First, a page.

Philippians 3:20
For our conversation is in heaven; from whence also we look for the Saviour, the Lord Jesus Christ:
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(20) Our conversation.—The original may signify either “our city” or “our citizenship” is in heaven. But both the grammatical form and the ordinary usage of the word (not elsewhere found in the New Testament) point to the former sense; which is also far better accordant with the general wording of the passage. For the word “is” is the emphatic word, which signifies “actually exists”; and the reference to the appearance of the Lord Jesus Christ is obviously suggested by the thought that with it will also come the manifestation of the “Jerusalem which is above . . . the mother of us all” (Galatians 4:26); as in Revelation 21:2, “I saw the holy city, the new Jerusalem, coming down from heaven.” The force of the passage would, however, in either case be much the same. “Their mind is on earth; our country is in heaven,” and to it our affections cling, even during our earthly pilgrimage. It is impossible not to remember the famous words of Plato of his Divine Republic, “In heaven, perhaps, the embodiment of it is stored up for any one who wills to see it, and seeing it, to claim his place therein” (Rep. ix., p. 592B). But the infinite difference between the shadowy republic of the philosopher, to which each has to rise, if he can, by his own spiritual power, and the well-centred “kingdom of God,” is suggested by the very words that follow here. The kingdom is real, because there is a real King, who has given us a place there, who will one day be manifested to take us home. It should be noted that the city is spoken of as ours already. As all the citizens of Philippi, the Roman colony, were citizens of the far distant imperial city, so the Philippian Christians even now were citizens of the better country in heaven. (See Ephesians 2:19.)

We look for.—Properly, we eagerly wait for. The word is a peculiar and striking expression of longing, found also in Romans 8:19; Romans 8:28; Romans 8:25, “The earnest expectation of the creature waiteth for the manifestation of the sons of God” (where see Note).

The Saviour.—The title is emphatic in relation to the hope of perfected salvation which follows. But we note that the use of the word “Saviour” by St. Paul is peculiar to the later Epistles, and especially frequent in the Pastoral Epistles. It is found also again and again in the Second Epistle of Peter.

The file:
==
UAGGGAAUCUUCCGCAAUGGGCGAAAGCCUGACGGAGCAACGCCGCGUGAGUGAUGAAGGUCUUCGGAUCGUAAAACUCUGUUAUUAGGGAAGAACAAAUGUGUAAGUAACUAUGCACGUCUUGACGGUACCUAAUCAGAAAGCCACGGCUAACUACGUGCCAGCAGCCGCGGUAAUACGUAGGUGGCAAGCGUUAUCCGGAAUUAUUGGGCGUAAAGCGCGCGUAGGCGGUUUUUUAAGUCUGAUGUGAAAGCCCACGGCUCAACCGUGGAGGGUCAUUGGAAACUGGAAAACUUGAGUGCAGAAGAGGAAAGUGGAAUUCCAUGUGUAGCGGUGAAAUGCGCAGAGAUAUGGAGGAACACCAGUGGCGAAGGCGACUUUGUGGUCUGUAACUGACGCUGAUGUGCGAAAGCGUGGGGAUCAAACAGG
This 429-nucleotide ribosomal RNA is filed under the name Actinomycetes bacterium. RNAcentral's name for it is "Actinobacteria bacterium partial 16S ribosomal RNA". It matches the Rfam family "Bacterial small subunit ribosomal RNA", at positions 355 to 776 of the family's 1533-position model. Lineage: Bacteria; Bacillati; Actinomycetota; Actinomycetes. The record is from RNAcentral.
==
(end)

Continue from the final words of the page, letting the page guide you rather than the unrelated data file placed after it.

Php 3:20-21. For our conversation is in heaven — We that are true Christians are of a very different spirit, and act in a quite different manner. The original expression, πολιτευμα, rendered conversation, is a word of a very extensive meaning, implying our citizenship, our thoughts, our affections, are already in heaven; or we think, speak, and act, converse with our fellow-creatures, and conduct ourselves in all our intercourse with them, as citizens of the New Jerusalem, and as being only strangers and pilgrims upon earth. We therefore endeavour to promote the interests of that glorious society to which we belong, to learn its manners, secure a title to its privileges, and behave in a way suitable to, and worthy of our relation to it; from whence also we look for the Saviour — To come and carry us thither according to his promise, (John 14:3,) namely, our spirits, at the dissolution of this earthly tabernacle; yea, and afterward to transform our vile body, το σωμα της ταπεινωσεως, the body of our humiliation; which, in consequence of the fall of our first parents, sinks us so low, is subject to, and encompassed with, so many infirmities, is such a clog to our souls, and so greatly hinders our progress in the work of faith and labour of love: this body we expect he will transform into the most perfect state and the most beauteous form, when it will be purer than the unspotted firmament, brighter than the lustre of the stars, and, which exceeds all parallel, which comprehends all perfection, like unto his glorious body — Of which an image was given in his transfiguration, yea like that wonderfully glorious body which he wears in his heavenly kingdom, and on his triumphant throne. So that here, as Romans 8:23, the redemption of the body from corruption, by a glorious resurrection, is represented as the especial privilege of the righteous. According to that mighty working — That energy of power; whereby he is able to subdue all things unto himself — To show himself to the whole intelligent creation of God completely victorious over all his enemies, even over death and the grave, the last of them.